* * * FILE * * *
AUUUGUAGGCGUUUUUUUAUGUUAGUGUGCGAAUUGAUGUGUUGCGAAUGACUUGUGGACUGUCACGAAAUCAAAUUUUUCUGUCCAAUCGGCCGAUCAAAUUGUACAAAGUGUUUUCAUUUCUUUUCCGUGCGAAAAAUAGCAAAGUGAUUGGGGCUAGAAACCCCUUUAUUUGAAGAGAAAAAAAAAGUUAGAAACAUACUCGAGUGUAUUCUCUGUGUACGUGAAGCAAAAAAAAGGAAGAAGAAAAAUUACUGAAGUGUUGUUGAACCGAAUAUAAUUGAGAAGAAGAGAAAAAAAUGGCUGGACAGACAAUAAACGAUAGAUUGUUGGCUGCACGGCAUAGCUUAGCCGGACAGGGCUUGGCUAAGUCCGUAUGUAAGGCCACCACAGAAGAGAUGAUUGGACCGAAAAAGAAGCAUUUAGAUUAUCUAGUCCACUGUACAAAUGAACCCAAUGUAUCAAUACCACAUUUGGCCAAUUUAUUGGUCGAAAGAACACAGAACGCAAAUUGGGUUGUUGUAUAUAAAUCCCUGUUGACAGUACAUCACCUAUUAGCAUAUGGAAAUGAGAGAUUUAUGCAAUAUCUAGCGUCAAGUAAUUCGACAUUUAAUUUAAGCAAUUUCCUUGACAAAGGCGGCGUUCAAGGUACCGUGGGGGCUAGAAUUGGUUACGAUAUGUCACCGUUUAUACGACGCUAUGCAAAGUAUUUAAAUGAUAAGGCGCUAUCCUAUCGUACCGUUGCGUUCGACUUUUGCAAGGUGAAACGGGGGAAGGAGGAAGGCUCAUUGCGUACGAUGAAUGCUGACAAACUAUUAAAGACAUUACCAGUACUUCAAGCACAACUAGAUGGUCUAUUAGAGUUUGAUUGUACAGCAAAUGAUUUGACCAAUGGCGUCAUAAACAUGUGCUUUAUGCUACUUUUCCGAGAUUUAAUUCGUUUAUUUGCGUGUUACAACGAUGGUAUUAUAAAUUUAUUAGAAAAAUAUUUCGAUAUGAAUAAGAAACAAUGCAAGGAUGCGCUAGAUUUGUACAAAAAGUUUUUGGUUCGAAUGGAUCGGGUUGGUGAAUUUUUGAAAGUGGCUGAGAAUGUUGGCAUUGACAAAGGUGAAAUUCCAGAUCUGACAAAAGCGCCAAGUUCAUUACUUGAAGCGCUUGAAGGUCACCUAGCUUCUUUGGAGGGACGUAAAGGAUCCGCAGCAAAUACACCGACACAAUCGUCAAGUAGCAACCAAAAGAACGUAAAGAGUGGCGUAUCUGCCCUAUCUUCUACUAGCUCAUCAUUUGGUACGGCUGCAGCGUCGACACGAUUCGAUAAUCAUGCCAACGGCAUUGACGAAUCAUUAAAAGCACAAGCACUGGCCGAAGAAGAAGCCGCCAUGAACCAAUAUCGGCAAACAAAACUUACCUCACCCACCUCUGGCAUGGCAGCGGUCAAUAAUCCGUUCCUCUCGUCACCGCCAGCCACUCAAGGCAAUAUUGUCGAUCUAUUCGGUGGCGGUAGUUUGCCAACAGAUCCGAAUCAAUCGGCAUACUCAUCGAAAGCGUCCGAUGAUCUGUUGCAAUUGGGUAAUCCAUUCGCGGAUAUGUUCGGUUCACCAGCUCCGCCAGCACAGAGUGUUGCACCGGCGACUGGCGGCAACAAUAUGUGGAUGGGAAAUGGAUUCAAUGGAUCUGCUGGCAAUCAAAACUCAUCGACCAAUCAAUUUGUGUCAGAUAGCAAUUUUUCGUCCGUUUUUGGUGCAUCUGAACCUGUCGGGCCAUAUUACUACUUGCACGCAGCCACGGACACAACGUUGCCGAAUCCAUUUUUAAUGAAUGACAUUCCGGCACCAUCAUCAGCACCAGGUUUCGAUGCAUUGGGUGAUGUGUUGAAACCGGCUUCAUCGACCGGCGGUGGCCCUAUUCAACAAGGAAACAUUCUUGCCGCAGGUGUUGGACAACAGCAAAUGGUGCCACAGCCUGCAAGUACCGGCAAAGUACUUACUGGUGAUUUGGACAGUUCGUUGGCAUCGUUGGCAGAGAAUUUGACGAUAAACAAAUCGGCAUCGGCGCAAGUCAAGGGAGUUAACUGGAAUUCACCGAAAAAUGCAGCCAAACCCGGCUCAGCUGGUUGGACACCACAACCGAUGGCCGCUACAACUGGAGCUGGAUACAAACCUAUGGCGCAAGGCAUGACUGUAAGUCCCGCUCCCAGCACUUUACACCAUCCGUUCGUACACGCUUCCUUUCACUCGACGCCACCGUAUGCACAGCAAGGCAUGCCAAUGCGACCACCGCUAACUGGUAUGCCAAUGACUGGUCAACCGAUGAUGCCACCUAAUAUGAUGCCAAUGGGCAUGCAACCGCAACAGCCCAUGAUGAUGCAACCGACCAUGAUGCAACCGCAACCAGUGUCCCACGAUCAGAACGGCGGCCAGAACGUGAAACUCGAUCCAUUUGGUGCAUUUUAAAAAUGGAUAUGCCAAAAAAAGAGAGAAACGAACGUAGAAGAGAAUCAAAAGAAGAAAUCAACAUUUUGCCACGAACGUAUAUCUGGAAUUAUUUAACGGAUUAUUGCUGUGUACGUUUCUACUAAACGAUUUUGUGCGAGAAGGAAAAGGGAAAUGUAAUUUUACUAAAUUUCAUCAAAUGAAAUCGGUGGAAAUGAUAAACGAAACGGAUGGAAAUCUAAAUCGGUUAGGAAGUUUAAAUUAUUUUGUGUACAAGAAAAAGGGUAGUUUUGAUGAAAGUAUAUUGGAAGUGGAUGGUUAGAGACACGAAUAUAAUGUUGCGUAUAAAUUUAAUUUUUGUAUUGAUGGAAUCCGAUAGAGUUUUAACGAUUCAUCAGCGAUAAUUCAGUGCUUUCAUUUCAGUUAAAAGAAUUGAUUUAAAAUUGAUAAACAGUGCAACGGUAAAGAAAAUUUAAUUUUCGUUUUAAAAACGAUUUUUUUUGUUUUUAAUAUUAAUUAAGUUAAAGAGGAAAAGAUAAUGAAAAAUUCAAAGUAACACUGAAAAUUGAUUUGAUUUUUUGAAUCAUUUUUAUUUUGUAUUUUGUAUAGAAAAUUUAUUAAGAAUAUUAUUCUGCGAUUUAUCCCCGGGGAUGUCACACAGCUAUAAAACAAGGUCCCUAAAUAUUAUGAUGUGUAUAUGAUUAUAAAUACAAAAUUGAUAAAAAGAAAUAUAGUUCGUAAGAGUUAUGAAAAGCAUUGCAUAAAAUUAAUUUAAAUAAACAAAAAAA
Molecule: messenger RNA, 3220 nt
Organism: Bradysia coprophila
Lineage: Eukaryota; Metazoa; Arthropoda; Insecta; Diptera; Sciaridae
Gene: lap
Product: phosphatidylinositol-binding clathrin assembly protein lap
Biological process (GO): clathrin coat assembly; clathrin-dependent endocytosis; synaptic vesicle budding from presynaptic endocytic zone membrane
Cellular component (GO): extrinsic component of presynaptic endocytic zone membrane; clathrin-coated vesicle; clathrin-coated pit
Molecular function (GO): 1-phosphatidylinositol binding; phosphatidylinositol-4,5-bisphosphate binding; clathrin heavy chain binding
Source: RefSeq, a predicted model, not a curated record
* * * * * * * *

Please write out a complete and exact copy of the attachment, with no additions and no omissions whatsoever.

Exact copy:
AUUUGUAGGCGUUUUUUUAUGUUAGUGUGCGAAUUGAUGUGUUGCGAAUGACUUGUGGACUGUCACGAAAUCAAAUUUUUCUGUCCAAUCGGCCGAUCAAAUUGUACAAAGUGUUUUCAUUUCUUUUCCGUGCGAAAAAUAGCAAAGUGAUUGGGGCUAGAAACCCCUUUAUUUGAAGAGAAAAAAAAAGUUAGAAACAUACUCGAGUGUAUUCUCUGUGUACGUGAAGCAAAAAAAAGGAAGAAGAAAAAUUACUGAAGUGUUGUUGAACCGAAUAUAAUUGAGAAGAAGAGAAAAAAAUGGCUGGACAGACAAUAAACGAUAGAUUGUUGGCUGCACGGCAUAGCUUAGCCGGACAGGGCUUGGCUAAGUCCGUAUGUAAGGCCACCACAGAAGAGAUGAUUGGACCGAAAAAGAAGCAUUUAGAUUAUCUAGUCCACUGUACAAAUGAACCCAAUGUAUCAAUACCACAUUUGGCCAAUUUAUUGGUCGAAAGAACACAGAACGCAAAUUGGGUUGUUGUAUAUAAAUCCCUGUUGACAGUACAUCACCUAUUAGCAUAUGGAAAUGAGAGAUUUAUGCAAUAUCUAGCGUCAAGUAAUUCGACAUUUAAUUUAAGCAAUUUCCUUGACAAAGGCGGCGUUCAAGGUACCGUGGGGGCUAGAAUUGGUUACGAUAUGUCACCGUUUAUACGACGCUAUGCAAAGUAUUUAAAUGAUAAGGCGCUAUCCUAUCGUACCGUUGCGUUCGACUUUUGCAAGGUGAAACGGGGGAAGGAGGAAGGCUCAUUGCGUACGAUGAAUGCUGACAAACUAUUAAAGACAUUACCAGUACUUCAAGCACAACUAGAUGGUCUAUUAGAGUUUGAUUGUACAGCAAAUGAUUUGACCAAUGGCGUCAUAAACAUGUGCUUUAUGCUACUUUUCCGAGAUUUAAUUCGUUUAUUUGCGUGUUACAACGAUGGUAUUAUAAAUUUAUUAGAAAAAUAUUUCGAUAUGAAUAAGAAACAAUGCAAGGAUGCGCUAGAUUUGUACAAAAAGUUUUUGGUUCGAAUGGAUCGGGUUGGUGAAUUUUUGAAAGUGGCUGAGAAUGUUGGCAUUGACAAAGGUGAAAUUCCAGAUCUGACAAAAGCGCCAAGUUCAUUACUUGAAGCGCUUGAAGGUCACCUAGCUUCUUUGGAGGGACGUAAAGGAUCCGCAGCAAAUACACCGACACAAUCGUCAAGUAGCAACCAAAAGAACGUAAAGAGUGGCGUAUCUGCCCUAUCUUCUACUAGCUCAUCAUUUGGUACGGCUGCAGCGUCGACACGAUUCGAUAAUCAUGCCAACGGCAUUGACGAAUCAUUAAAAGCACAAGCACUGGCCGAAGAAGAAGCCGCCAUGAACCAAUAUCGGCAAACAAAACUUACCUCACCCACCUCUGGCAUGGCAGCGGUCAAUAAUCCGUUCCUCUCGUCACCGCCAGCCACUCAAGGCAAUAUUGUCGAUCUAUUCGGUGGCGGUAGUUUGCCAACAGAUCCGAAUCAAUCGGCAUACUCAUCGAAAGCGUCCGAUGAUCUGUUGCAAUUGGGUAAUCCAUUCGCGGAUAUGUUCGGUUCACCAGCUCCGCCAGCACAGAGUGUUGCACCGGCGACUGGCGGCAACAAUAUGUGGAUGGGAAAUGGAUUCAAUGGAUCUGCUGGCAAUCAAAACUCAUCGACCAAUCAAUUUGUGUCAGAUAGCAAUUUUUCGUCCGUUUUUGGUGCAUCUGAACCUGUCGGGCCAUAUUACUACUUGCACGCAGCCACGGACACAACGUUGCCGAAUCCAUUUUUAAUGAAUGACAUUCCGGCACCAUCAUCAGCACCAGGUUUCGAUGCAUUGGGUGAUGUGUUGAAACCGGCUUCAUCGACCGGCGGUGGCCCUAUUCAACAAGGAAACAUUCUUGCCGCAGGUGUUGGACAACAGCAAAUGGUGCCACAGCCUGCAAGUACCGGCAAAGUACUUACUGGUGAUUUGGACAGUUCGUUGGCAUCGUUGGCAGAGAAUUUGACGAUAAACAAAUCGGCAUCGGCGCAAGUCAAGGGAGUUAACUGGAAUUCACCGAAAAAUGCAGCCAAACCCGGCUCAGCUGGUUGGACACCACAACCGAUGGCCGCUACAACUGGAGCUGGAUACAAACCUAUGGCGCAAGGCAUGACUGUAAGUCCCGCUCCCAGCACUUUACACCAUCCGUUCGUACACGCUUCCUUUCACUCGACGCCACCGUAUGCACAGCAAGGCAUGCCAAUGCGACCACCGCUAACUGGUAUGCCAAUGACUGGUCAACCGAUGAUGCCACCUAAUAUGAUGCCAAUGGGCAUGCAACCGCAACAGCCCAUGAUGAUGCAACCGACCAUGAUGCAACCGCAACCAGUGUCCCACGAUCAGAACGGCGGCCAGAACGUGAAACUCGAUCCAUUUGGUGCAUUUUAAAAAUGGAUAUGCCAAAAAAAGAGAGAAACGAACGUAGAAGAGAAUCAAAAGAAGAAAUCAACAUUUUGCCACGAACGUAUAUCUGGAAUUAUUUAACGGAUUAUUGCUGUGUACGUUUCUACUAAACGAUUUUGUGCGAGAAGGAAAAGGGAAAUGUAAUUUUACUAAAUUUCAUCAAAUGAAAUCGGUGGAAAUGAUAAACGAAACGGAUGGAAAUCUAAAUCGGUUAGGAAGUUUAAAUUAUUUUGUGUACAAGAAAAAGGGUAGUUUUGAUGAAAGUAUAUUGGAAGUGGAUGGUUAGAGACACGAAUAUAAUGUUGCGUAUAAAUUUAAUUUUUGUAUUGAUGGAAUCCGAUAGAGUUUUAACGAUUCAUCAGCGAUAAUUCAGUGCUUUCAUUUCAGUUAAAAGAAUUGAUUUAAAAUUGAUAAACAGUGCAACGGUAAAGAAAAUUUAAUUUUCGUUUUAAAAACGAUUUUUUUUGUUUUUAAUAUUAAUUAAGUUAAAGAGGAAAAGAUAAUGAAAAAUUCAAAGUAACACUGAAAAUUGAUUUGAUUUUUUGAAUCAUUUUUAUUUUGUAUUUUGUAUAGAAAAUUUAUUAAGAAUAUUAUUCUGCGAUUUAUCCCCGGGGAUGUCACACAGCUAUAAAACAAGGUCCCUAAAUAUUAUGAUGUGUAUAUGAUUAUAAAUACAAAAUUGAUAAAAAGAAAUAUAGUUCGUAAGAGUUAUGAAAAGCAUUGCAUAAAAUUAAUUUAAAUAAACAAAAAAA
Molecule: messenger RNA, 3220 nt
Organism: Bradysia coprophila
Lineage: Eukaryota; Metazoa; Arthropoda; Insecta; Diptera; Sciaridae
Gene: lap
Product: phosphatidylinositol-binding clathrin assembly protein lap
Biological process (GO): clathrin coat assembly; clathrin-dependent endocytosis; synaptic vesicle budding from presynaptic endocytic zone membrane
Cellular component (GO): extrinsic component of presynaptic endocytic zone membrane; clathrin-coated vesicle; clathrin-coated pit
Molecular function (GO): 1-phosphatidylinositol binding; phosphatidylinositol-4,5-bisphosphate binding; clathrin heavy chain binding
Source: RefSeq, a predicted model, not a curated record